Rocket Vodka Wants to Be the Official Spirit of Après-Everything

And like many startups, it began in a Menlo Park garage. But getting to where it is today involved creating more penicillin than most.

“As part of my research, I went to Poland on a vodka quest,” Rocket Vodka founder Dariusz Paczuski says of a 2014 sabbatical he took from Silicon Valley. “Could I find a crusty old Polish dude making some amazing vodka that nobody had heard of and that I could essentially import — and change his life and mine?”

But as with many quests, like Frodo succumbing to the power of the ring or the Griswold family breaking into Wally World, it didn’t turn out quite the way the hero intended. Paczuski is a Polish native who grew up in England and Norway while his parents, escapees from Communism who bribed their way out from behind the Iron Curtain, worked on cruise ships. He’d assumed potato vodka would be the way forward, but found his way to apples, which nobody in Poland believed could yield a satisfactory spirit because they don’t have a sufficient quantity of sugar.

“Poland was one of the largest, if not the largest, exporters of apples,” Paczuski says. “Putin had just put the kibosh on all these exports from Poland, and there’s millions of apples rotting in warehouses. I thought I could be the long-lost son who comes back to Poland and saves the apple industry.”

That didn’t quite happen, either, he says. For one, the cost and complexity of starting a new venture in Poland proved daunting, so he decided to set up shop in his own garage in Menlo Park, looking to emulate his father’s efforts at fermenting windfall apples. But the fruit itself was tricky. Sourced from the farmers market, the Fujis, Granny Smiths, and Red Delicious generated less-than-palatable results, among them a watery letdown and a white bucket full of what was probably penicillin.

Happily, the micro-distillery boom was in full swing, so to produce Rocket Vodka, he partnered with Dry Diggings Distillery in El Dorado County, which is near Apple Hill — less a single rise in elevation than a collection of ranches that constitute California’s apple-growing country — and the Sierra Nevada, from which Rocket sources its water.

“Given that my product requirements were strict about not adding sugar, the final formula the master distiller and I decided upon was a combination of apple juice and apple concentrate,” he says. “So that was sort of how we got the right amount of apple on the nose and on the palate, and enough sugar to actually make a spirit.”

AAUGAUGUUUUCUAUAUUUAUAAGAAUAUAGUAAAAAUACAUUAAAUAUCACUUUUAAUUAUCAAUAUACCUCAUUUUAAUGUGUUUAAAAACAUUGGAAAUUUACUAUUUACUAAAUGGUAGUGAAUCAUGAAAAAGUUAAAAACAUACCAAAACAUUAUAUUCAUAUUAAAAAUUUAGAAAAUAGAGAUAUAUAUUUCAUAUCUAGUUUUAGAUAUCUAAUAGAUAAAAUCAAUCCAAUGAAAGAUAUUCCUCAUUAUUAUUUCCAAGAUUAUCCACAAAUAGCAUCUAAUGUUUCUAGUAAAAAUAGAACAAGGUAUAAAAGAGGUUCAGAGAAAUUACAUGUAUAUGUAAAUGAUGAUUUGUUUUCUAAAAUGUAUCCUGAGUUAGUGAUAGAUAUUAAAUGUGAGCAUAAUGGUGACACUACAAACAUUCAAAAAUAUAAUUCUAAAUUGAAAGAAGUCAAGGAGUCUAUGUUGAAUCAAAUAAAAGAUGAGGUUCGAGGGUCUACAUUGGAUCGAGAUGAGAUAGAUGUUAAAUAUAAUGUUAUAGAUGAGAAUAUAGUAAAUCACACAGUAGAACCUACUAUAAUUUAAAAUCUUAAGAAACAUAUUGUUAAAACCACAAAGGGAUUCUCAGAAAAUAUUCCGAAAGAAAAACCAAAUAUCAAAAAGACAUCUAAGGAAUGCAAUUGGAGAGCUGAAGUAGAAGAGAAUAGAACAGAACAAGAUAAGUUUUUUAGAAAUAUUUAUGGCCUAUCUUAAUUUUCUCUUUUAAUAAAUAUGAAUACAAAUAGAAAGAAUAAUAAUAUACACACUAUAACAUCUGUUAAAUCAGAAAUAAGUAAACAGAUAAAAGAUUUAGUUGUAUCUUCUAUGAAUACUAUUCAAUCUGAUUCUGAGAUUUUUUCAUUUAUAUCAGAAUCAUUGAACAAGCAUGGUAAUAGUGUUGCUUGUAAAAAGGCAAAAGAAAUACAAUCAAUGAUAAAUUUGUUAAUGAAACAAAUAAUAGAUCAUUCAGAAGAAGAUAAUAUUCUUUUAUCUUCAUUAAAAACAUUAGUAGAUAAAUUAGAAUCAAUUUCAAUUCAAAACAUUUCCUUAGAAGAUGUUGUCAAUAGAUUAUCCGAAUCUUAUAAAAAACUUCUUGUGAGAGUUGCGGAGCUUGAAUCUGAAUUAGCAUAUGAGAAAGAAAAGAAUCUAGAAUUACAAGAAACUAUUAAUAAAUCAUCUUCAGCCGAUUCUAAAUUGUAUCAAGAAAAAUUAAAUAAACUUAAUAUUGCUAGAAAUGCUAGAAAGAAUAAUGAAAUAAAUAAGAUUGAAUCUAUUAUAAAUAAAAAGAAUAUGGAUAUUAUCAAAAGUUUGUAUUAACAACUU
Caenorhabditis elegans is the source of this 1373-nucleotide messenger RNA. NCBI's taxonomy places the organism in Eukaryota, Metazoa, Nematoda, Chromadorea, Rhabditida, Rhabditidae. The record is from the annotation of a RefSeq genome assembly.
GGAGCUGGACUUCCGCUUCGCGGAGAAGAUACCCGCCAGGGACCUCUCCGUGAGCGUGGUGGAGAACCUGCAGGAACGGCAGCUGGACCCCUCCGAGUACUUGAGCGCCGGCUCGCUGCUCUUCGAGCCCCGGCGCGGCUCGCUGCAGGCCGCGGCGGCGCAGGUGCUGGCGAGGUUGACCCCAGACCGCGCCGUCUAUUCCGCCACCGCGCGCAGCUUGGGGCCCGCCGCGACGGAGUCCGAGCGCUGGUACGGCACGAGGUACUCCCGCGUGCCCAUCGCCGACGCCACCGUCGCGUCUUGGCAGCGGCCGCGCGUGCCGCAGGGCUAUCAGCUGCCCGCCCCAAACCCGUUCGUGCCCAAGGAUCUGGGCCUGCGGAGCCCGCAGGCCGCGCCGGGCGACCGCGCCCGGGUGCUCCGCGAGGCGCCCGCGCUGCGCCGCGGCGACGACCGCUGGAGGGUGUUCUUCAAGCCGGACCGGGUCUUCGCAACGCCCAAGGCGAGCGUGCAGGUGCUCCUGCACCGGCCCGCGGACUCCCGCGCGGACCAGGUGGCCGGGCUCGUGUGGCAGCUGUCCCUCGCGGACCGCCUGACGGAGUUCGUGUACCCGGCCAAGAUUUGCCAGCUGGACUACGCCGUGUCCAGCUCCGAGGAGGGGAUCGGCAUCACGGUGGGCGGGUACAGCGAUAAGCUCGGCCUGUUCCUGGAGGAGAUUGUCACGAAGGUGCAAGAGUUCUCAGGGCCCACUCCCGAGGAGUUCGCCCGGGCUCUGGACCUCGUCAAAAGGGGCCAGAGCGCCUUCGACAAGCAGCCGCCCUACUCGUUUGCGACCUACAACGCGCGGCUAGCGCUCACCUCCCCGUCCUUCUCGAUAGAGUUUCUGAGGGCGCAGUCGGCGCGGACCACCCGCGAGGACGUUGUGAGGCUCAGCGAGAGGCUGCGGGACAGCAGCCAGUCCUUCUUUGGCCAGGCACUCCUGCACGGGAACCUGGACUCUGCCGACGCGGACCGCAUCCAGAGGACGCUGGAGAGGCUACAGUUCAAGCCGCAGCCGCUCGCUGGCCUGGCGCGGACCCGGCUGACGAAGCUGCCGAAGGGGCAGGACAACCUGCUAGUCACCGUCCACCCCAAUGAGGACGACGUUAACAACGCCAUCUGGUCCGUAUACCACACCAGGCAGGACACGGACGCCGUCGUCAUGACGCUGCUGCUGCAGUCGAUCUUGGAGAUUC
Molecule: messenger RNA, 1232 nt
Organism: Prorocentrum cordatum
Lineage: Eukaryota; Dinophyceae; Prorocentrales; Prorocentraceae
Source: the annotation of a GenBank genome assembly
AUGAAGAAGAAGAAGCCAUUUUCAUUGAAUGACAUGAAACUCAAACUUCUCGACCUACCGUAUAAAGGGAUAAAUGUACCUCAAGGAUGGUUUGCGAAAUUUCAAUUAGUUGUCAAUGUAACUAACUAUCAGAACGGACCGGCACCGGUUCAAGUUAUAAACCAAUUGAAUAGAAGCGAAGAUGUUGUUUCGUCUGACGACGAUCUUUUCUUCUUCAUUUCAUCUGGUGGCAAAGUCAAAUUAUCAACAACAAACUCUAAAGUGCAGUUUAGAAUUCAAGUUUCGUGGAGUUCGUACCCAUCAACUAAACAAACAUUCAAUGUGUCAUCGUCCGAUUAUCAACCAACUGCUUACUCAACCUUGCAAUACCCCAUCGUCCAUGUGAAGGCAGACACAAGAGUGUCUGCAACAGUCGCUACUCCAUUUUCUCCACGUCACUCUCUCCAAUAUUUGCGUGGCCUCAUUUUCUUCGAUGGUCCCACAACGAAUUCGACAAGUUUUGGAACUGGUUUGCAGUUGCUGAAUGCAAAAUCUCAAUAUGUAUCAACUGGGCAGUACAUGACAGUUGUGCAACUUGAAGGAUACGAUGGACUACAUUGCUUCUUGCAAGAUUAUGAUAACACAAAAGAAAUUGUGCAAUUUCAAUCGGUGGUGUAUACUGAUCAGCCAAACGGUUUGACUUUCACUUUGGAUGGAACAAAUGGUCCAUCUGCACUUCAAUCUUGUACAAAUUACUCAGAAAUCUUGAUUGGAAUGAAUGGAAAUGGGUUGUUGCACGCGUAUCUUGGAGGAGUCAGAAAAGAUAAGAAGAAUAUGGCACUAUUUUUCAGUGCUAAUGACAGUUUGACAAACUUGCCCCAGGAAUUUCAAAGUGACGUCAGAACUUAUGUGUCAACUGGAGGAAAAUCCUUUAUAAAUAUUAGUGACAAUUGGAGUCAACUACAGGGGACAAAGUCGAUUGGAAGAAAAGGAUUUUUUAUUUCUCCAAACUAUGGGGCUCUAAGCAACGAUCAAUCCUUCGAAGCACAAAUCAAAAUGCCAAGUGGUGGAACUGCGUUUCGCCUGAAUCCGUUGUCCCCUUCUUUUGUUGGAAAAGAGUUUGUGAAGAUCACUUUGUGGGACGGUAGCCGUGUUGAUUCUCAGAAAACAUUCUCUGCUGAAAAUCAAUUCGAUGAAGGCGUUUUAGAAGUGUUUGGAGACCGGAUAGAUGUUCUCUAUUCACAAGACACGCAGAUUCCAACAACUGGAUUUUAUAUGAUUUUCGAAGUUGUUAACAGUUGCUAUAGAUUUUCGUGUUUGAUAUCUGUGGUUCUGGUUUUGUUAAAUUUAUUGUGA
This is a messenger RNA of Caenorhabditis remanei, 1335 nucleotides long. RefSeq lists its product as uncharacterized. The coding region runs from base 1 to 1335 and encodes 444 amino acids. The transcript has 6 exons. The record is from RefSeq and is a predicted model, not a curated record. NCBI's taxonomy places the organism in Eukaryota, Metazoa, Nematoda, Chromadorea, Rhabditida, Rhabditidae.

Technically, adding sugar to vodka is not permitted in the U.S. anyway, but the resulting spirit is pomaceous in flavor, without floral notes or any of the freight-train quality some eaux-de-vie distilled from pears possess. SF Weekly’s home-laboratory taste tests determined that a dry martini with a twist is a solid bet.

As it happens, Dry Diggings is also near Tahoe and the winter-sports demographic that Paczuski wanted to attract. The name Rocket Vodka comes from Paczuski’s own nickname on the slopes, the Polish Rocket, with its connotation of accomplishment and excellence. A Gold Medal winner at the California Craft Spirits Competition for two years in a row, its “launchpads” — Paczuski’s term for the bars and venues that serve Rocket — leapt from 10 in 2016 to more than 80 at the end of last year, largely on the strength of its après-ski appeal.

Paczuski drinks it in a tumbler with a giant ice cube — “like whiskey,” he says — but also with grapefruit or as a Hot Rocket Toddy made with warm Martinelli’s cider. But the best seller is a variation on a Mule, with ginger ale, a splash of apple cider, and an apple-slice garnish in a copper mug.

Being of Eastern European descent, there are rituals around vodka that Paczuski would like to see make greater inroads in the U.S., specifically around food pairings. He recalls vodka shots served around the holidays alongside pickled mushrooms, smoked trout, and a kind of bacon fat with bits of bacon in it that his father would spread on toast. It’s a good way to capture some decadence for a spirit that has lost a fair amount of luster since the bourbon revolution deposed it. But Rocket, which sponsors half-marathons, projects apple-cheeked vigor, not languid indolence.

“People like me who are active and compete, we drink,” Paczuski says. “We just don’t binge-drink, and we drink quality products.”

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